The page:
Originally aired on Channel NewsAsia on April 4, 2018
The Pheu Thai Party is holding its pre-Songkran meeting, calling for all its members to re-register this year in the runup of democratic elections. But while this is the first time political parties can assemble again, they still can't do everything.
This meeting signals the slow, the very slow thawing of political activity since the military coup of 2014 that has sidelined the political parties.
Before the coup this would have been a usual Thai New Year’s reception by the party, and they did hold a Songkran ceremony blessing their most senior members, like it is tradition in any Thai family or company.
but since the beginning of this month the military government has allowed the existing political parties to re-register their members as preparations for democratic elections are slowly, very slowly underway.
However, any activity beyond that, such as party meetings or even campaigning is still not allowed by the military government. That is something that is hampering all political parties and that is something they want to get changed ASAP.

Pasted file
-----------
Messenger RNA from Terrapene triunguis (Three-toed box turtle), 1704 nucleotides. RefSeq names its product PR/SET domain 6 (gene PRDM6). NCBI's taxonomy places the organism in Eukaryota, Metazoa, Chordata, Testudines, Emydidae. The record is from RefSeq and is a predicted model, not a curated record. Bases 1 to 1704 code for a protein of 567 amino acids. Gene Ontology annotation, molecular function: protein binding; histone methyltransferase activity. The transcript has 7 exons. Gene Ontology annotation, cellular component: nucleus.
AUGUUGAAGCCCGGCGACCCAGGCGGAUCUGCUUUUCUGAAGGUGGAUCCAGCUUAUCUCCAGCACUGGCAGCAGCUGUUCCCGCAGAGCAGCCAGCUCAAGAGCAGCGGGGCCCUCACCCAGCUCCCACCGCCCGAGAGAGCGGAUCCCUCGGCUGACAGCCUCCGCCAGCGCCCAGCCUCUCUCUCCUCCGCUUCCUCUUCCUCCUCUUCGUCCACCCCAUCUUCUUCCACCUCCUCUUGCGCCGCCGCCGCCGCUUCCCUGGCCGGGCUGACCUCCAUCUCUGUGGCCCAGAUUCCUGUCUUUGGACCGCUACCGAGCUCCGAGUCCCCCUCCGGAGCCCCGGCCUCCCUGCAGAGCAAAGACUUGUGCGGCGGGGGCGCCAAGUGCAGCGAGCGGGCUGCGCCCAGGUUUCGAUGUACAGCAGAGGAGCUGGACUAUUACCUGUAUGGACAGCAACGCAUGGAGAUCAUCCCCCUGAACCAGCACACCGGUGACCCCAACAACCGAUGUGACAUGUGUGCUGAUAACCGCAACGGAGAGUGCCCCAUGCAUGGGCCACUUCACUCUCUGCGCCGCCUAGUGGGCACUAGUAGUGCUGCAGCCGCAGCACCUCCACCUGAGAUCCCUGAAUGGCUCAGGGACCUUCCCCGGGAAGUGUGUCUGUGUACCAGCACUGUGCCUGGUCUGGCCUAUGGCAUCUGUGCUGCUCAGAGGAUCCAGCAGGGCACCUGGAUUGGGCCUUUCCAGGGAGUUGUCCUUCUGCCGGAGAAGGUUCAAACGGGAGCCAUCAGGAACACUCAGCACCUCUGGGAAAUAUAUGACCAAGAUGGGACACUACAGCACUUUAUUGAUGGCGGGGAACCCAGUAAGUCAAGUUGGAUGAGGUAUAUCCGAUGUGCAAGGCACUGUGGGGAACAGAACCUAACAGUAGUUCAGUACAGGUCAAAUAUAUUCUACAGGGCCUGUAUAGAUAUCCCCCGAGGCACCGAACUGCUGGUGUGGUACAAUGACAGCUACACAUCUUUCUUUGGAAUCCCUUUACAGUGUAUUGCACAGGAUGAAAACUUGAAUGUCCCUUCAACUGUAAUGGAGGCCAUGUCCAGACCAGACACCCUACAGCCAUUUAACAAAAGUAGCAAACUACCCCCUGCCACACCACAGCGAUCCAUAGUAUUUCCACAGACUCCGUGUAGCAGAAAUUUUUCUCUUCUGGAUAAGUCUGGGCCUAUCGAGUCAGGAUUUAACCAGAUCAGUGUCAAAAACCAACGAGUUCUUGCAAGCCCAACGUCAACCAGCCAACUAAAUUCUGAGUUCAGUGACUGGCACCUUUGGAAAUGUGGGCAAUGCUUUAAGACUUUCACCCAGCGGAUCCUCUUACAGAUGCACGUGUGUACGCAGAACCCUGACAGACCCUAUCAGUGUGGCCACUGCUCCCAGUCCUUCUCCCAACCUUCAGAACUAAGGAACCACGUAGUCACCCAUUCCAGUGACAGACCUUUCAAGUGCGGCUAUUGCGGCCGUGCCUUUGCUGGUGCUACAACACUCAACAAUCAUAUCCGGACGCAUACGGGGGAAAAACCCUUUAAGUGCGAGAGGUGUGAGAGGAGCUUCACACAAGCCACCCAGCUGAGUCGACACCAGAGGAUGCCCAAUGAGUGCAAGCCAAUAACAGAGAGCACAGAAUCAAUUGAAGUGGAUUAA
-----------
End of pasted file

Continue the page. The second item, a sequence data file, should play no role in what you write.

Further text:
PHUMTHAM WECHYACHAI; Secretary-General, Pheu Thai Party:
“The most important thing would be if the [restriction] orders are revoked, there’s no reason to keep them. There are many things in [NCPO] order no. 53 that is contradicting itself and that are problematic. They may have fully stated their case and interpretations about that, but the problem still is that there’s no reason to uphold, not to revoke order no. 53”
Earlier this week, Thai PM Gen. Prayuth Chan-ocha has indicated that he would adjust some of the restrictions but would still not lift them entirely until further notice.
Democratic elections have been repeatedly delayed since 2014. The latest date is set for no later than February 2019 - and by that time they’d be in power longer than most elected government in recent Thai history.